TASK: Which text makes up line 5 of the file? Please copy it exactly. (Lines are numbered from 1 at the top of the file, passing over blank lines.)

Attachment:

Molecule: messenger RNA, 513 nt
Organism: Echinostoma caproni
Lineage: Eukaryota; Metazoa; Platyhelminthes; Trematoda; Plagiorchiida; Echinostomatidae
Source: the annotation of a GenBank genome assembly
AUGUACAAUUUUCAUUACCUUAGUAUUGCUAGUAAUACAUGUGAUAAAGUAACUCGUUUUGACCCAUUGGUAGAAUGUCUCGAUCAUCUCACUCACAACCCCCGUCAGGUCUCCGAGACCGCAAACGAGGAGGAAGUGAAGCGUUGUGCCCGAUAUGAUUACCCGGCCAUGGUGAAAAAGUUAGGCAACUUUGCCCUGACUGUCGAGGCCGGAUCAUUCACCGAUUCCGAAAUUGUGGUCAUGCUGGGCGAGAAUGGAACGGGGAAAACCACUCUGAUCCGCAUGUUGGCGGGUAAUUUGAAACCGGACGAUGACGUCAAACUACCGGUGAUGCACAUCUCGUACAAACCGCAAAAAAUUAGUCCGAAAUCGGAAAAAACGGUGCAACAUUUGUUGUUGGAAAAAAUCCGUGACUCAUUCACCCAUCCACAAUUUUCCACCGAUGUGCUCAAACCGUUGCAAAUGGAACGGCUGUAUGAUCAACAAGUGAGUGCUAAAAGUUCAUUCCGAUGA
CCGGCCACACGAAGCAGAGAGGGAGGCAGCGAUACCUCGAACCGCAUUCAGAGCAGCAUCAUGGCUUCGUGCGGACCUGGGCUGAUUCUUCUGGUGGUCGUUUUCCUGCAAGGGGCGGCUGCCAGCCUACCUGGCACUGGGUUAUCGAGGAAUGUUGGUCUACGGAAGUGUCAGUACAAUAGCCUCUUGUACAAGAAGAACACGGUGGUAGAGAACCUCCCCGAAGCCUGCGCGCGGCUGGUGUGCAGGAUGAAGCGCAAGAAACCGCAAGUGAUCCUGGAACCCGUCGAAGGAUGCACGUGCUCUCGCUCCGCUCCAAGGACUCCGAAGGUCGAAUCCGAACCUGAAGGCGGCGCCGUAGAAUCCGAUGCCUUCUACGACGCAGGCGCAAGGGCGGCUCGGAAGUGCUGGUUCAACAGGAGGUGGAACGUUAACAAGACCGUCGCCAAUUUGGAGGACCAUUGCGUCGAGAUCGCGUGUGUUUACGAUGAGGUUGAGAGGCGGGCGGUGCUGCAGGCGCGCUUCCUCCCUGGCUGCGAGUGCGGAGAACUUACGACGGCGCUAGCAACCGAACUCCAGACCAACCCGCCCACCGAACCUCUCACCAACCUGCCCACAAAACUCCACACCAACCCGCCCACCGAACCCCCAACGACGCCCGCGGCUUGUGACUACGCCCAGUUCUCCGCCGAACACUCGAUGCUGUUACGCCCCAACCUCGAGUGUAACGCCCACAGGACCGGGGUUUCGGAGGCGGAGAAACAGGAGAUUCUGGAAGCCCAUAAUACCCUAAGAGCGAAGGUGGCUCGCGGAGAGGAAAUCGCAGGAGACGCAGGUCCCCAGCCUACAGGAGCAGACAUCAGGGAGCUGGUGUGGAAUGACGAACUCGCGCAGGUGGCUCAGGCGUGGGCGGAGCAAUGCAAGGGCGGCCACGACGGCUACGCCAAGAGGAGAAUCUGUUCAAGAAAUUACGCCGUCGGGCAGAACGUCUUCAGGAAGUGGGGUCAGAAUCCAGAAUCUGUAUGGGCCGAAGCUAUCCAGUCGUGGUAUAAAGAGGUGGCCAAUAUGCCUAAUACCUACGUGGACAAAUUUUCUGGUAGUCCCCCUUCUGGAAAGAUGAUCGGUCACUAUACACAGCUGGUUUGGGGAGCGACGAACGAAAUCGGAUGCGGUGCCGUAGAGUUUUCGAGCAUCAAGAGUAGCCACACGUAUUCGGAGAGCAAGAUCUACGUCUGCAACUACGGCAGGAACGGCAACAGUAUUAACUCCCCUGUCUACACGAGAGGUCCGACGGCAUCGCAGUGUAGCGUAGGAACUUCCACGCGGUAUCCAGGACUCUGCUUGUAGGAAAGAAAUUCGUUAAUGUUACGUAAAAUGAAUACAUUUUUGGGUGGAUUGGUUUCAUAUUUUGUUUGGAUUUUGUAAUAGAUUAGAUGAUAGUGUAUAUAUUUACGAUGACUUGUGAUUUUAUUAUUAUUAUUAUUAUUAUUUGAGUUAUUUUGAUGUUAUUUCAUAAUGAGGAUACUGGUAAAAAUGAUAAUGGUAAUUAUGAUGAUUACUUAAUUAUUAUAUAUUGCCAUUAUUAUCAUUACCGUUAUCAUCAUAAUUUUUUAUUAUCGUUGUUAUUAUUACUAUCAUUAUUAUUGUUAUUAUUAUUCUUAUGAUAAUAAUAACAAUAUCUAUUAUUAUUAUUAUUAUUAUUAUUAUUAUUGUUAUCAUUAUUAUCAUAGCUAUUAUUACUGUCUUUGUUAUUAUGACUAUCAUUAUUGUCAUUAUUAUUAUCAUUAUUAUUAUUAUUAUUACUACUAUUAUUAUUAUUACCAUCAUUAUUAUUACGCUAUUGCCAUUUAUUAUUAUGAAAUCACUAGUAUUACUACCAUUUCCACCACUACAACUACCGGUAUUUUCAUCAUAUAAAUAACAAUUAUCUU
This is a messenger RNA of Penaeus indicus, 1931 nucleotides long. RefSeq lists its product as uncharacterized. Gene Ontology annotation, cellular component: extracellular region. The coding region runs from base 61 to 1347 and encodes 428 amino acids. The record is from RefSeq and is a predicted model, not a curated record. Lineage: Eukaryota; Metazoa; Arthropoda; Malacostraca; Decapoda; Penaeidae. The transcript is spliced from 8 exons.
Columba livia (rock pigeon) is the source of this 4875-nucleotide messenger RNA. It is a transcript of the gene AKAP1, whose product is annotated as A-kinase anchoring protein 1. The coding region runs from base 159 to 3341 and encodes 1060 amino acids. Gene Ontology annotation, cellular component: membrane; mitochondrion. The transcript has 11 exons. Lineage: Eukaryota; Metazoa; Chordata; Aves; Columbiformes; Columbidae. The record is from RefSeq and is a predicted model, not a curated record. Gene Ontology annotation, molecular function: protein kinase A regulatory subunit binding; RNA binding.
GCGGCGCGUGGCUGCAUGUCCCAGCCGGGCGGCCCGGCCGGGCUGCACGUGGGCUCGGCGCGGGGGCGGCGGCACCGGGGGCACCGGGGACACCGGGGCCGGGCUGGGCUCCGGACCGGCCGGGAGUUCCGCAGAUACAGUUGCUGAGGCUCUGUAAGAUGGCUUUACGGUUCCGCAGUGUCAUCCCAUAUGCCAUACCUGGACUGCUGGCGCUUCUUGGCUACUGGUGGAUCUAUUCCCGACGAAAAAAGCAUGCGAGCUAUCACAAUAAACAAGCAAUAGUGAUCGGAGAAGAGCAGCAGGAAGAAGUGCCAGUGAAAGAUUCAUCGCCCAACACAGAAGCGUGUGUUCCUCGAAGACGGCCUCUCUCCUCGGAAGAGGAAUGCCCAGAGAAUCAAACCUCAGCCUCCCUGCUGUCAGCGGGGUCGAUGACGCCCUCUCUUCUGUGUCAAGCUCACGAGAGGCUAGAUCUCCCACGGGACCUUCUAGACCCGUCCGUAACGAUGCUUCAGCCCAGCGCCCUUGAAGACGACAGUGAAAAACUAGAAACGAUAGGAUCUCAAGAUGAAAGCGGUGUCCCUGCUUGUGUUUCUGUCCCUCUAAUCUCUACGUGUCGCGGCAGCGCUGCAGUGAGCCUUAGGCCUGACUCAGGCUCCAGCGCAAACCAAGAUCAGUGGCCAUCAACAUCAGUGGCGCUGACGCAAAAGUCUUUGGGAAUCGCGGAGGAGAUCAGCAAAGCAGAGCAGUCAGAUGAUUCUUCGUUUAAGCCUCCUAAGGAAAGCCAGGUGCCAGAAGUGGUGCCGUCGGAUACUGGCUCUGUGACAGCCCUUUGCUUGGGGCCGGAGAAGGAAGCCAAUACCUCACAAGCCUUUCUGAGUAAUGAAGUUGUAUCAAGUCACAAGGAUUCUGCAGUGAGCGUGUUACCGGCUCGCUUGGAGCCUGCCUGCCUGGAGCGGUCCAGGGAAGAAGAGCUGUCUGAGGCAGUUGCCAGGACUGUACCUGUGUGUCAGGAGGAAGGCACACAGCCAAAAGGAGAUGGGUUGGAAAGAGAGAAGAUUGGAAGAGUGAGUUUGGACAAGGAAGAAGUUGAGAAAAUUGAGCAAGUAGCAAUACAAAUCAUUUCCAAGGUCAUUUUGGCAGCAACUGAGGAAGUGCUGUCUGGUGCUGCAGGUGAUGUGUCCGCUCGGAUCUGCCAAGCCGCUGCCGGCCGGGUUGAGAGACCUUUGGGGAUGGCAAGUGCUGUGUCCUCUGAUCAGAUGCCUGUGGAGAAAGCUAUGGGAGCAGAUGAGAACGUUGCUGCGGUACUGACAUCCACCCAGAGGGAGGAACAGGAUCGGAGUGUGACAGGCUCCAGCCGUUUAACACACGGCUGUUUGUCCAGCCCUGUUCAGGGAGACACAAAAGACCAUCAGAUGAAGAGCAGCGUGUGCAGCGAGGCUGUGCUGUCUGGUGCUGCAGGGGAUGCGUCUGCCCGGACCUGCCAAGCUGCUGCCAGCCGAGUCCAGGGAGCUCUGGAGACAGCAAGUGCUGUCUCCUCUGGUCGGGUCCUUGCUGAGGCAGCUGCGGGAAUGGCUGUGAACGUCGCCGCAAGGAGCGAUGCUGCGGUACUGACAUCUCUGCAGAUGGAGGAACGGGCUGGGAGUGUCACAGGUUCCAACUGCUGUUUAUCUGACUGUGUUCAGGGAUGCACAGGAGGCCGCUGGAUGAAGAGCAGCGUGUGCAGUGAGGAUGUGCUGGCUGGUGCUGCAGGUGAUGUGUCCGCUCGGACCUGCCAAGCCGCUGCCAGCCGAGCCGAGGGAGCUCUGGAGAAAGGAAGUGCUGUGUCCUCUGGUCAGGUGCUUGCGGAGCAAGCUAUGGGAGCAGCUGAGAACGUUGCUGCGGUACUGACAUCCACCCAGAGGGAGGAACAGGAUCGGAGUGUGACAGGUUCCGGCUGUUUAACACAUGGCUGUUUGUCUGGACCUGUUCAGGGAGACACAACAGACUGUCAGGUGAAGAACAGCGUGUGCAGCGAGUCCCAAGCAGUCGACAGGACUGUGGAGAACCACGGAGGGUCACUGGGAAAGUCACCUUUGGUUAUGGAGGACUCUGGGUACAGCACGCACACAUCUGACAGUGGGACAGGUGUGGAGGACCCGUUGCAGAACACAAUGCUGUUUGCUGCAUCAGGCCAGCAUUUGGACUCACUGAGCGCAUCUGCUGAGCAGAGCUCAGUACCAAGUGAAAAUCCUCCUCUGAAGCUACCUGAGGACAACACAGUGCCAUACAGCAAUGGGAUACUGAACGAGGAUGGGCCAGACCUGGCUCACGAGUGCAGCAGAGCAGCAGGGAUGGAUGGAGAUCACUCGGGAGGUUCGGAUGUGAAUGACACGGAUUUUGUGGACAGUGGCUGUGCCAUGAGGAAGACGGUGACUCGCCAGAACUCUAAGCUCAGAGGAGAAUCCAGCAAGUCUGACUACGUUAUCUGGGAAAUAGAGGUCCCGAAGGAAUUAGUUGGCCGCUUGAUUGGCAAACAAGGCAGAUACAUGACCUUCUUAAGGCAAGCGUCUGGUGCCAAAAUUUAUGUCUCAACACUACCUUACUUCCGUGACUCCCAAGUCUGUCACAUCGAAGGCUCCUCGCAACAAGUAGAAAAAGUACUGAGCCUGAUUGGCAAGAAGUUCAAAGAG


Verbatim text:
AUGUACAAUUUUCAUUACCUUAGUAUUGCUAGUAAUACAUGUGAUAAAGUAACUCGUUUUGACCCAUUGGUAGAAUGUCUCGAUCAUCUCACUCACAACCCCCGUCAGGUCUCCGAGACCGCAAACGAGGAGGAAGUGAAGCGUUGUGCCCGAUAUGAUUACCCGGCCAUGGUGAAAAAGUUAGGCAACUUUGCCCUGACUGUCGAGGCCGGAUCAUUCACCGAUUCCGAAAUUGUGGUCAUGCUGGGCGAGAAUGGAACGGGGAAAACCACUCUGAUCCGCAUGUUGGCGGGUAAUUUGAAACCGGACGAUGACGUCAAACUACCGGUGAUGCACAUCUCGUACAAACCGCAAAAAAUUAGUCCGAAAUCGGAAAAAACGGUGCAACAUUUGUUGUUGGAAAAAAUCCGUGACUCAUUCACCCAUCCACAAUUUUCCACCGAUGUGCUCAAACCGUUGCAAAUGGAACGGCUGUAUGAUCAACAAGUGAGUGCUAAAAGUUCAUUCCGAUGA